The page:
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Life After Cancer A Roadmap for Cancer Survivors

Infertility
Mitchell Rosen, MD and Ernest H. Rosenbaum, MD

Introduction
Cancer Therapy and Reproduction
The Psychological Impact of Infertility



Introduction
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Infertility has been a common problem for those who have had cancer and cancer therapy. In recent years, improvements in cancer treatments have been developed to both prolong life and reduce the risk of infertility. New treatment options are making fertility a possibility for many cancer survivors.

There is evidence to suggest that pregnancy after cancer treatment does not increase a breast cancer survivor's risk of recurrence or shorten her life. It is wise for breast cancer patients to wait two years after completing their cancer treatment before trying to conceive a child, as that is the highest risk period for breast cancer recurrence. An infertility consultation should be considered.

If the proper steps are taken before treatment to preserve fertility, surgery and radiation therapy have not been shown to affect a breast cancer survivor's ability to conceive a child or to have a normal child. Chemotherapy, however, may cause amenorrhea (loss of periods) and an increased possibility of infertility. Breast cancer patients should consult with their physicians about their future pregnancy plans before starting cancer treatments.

The human reproductive system is complex and unique for both genders. The reproductive system is affected by many cancer related therapies with the end result of difficulty conceiving. Cancer therapy effects to fertility will depend on the patient's age, type of cancer, and method of treatment.

Reproduction system
The reproductive axis is made up of the pituitary gland (under the brain) the gonads (ovaries or testes), and the reproductive tract; vagina-uterus-fallopian tubes in women, and epididymis-vas deferens- penile urethra and glands in men. In the man, the seminal vesicles and prostate are the major glands responsible for semen production.

Women
A woman's oocytes (eggs) are completely formed during fetal development and are stored in a resting pool in her two ovaries. After birth, the oocytes do not regenerate but rather decline with age and when depleted result in ovarian failure (menopause). The oocytes continually leave the resting pool, enter the growth phase and die. When a woman reaches puberty, a complex cyclic process begins--the menstrual cycle--which rescues one of the oocytes from death and causes ovulation which culminates in either pregnancy or a menstrual period. The ovulatory cycle continues until menopause, which occurs on average at 51 years of age.

Men
In contrast to the female reproductive system, sperm production is initiated at puberty and continues throughout life. The testes contain stem cells which continually replenish the sperm pool. The ability to produce sperm is dependent on adequate amounts of hormones FSH, LH (from the pituitary gland) and testosterone from the testes. The sperm are stored in the epididymis glands (a reservoir near the prostate) until ejaculation. During intercourse, the sperm is transported through ducts along with secretions from the glands and is ejaculated through the penile urethra. The testes also produce testosterone which controls sex drive and the ability to achieve an erection.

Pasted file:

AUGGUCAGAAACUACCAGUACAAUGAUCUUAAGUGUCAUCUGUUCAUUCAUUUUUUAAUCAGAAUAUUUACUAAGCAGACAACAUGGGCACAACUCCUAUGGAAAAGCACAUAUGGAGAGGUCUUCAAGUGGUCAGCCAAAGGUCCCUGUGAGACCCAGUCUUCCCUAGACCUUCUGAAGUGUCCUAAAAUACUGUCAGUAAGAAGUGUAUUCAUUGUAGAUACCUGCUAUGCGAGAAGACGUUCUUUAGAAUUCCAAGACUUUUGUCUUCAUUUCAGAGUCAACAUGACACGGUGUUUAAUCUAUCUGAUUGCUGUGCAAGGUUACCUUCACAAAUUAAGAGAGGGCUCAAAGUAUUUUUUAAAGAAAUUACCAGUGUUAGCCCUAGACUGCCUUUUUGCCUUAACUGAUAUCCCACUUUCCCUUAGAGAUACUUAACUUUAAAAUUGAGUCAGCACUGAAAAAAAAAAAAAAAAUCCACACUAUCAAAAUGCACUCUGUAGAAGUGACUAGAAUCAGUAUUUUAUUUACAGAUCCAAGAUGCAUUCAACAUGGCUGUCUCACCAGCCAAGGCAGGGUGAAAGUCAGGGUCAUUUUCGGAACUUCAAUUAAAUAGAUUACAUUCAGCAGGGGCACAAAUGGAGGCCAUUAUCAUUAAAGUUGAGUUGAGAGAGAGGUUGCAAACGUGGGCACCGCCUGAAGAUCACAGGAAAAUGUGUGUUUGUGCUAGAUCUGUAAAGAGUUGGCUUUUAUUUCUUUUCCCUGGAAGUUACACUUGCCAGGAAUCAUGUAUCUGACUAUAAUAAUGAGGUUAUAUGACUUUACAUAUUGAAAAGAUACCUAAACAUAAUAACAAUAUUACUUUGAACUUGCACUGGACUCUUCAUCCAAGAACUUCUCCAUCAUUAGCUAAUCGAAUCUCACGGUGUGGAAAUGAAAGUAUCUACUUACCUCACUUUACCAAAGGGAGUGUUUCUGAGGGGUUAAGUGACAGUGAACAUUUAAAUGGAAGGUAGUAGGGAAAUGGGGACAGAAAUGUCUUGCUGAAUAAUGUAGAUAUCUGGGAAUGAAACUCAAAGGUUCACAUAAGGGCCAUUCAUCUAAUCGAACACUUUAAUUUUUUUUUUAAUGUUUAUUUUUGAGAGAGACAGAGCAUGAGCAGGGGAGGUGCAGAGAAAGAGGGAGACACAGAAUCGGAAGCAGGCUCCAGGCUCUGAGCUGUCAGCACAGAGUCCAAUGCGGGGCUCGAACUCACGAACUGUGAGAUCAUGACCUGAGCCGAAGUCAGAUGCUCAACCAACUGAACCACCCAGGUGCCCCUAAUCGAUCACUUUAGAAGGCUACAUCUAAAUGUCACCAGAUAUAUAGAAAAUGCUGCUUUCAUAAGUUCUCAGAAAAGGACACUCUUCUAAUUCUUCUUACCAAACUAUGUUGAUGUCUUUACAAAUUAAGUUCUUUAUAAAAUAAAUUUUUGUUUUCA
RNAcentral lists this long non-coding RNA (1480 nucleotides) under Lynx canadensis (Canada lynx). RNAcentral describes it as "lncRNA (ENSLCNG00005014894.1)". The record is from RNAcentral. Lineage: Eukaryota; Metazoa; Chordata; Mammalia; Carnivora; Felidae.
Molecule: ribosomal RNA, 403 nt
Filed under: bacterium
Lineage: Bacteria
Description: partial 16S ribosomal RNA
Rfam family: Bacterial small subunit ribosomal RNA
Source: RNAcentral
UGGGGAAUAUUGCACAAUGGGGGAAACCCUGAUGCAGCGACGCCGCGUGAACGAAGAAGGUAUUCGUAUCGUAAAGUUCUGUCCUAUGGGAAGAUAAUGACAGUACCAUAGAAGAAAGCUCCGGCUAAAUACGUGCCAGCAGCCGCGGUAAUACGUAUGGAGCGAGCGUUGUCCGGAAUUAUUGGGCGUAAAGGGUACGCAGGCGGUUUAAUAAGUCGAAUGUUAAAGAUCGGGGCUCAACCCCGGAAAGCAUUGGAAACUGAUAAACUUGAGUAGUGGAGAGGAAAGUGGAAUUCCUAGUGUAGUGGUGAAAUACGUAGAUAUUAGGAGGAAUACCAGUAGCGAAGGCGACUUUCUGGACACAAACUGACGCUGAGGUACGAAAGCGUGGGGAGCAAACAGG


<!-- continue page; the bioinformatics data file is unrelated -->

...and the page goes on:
Cancer Therapy and Reproduction

Cancer Therapy and Reproduction
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Cancer therapies can cause a spectrum of damage to the reproductive axis. The damage may be severe and result in sterility (ovarian/testicular failure) or partial injury resulting in early menopause and infertility (inability to conceive within 12 months). Symptoms of ovarian failure include absence of menses, hot flashes, and vaginal dryness. Testicular failure can lead to loss of sex drive and ejaculation or erection difficulties.
The treatments for cancer that can affect the reproductive system include:
surgery on the reproductive organs
chemotherapy
radiotherapy to abdomen and pelvis

Surgery
Operations for cancer that do not involve the functionality of the reproductive axis do not affect a woman's ability to achieve pregnancy. However, if the operation involves removing parts of the reproductive system it may cause sterility/infertility. For example, gynecological cancer may require the removal of the uterus (a hysterectomy); ovaries (a bilateral oophorectomy); or some portion of the reproductive tract such as the cervix, vulva or vagina. The surgery that is performed will depend on the type of cancer and whether it has spread to other organs.

For a man, surgery may involve removing both testicles (a bilateral orchiectomy), which will result in sterility.

Chemotherapy
Chemotherapy targets tissues with actively dividing cells'such as skin, hair, digestive tract and the ovaries and testes. The sperm and supporting cells of the oocyte are dividing during development. Therefore all chemotherapies are potentially damaging to the ovaries and testes, and may reduce the number of oocytes and sperm. Whether chemotherapy results in infertility depends on the patient's age, the type of chemotherapeutic drugs used, and the dosage of drugs given.

Alkylating chemotherapy agents are most harmful to oocytes. In one study, 42% of women treated with this type of chemotherapy were in premature menopause by the age of 31, although some returned to normal menses. However, having normal periods does not mean a woman is fertile.

In men, alkylating agents are similarly most harmful to sperm production. However, in contrast to women, the testosterone producing cells (Leydig cells) are more resistant to chemotherapy. Therefore, sterility may not be readily apparent.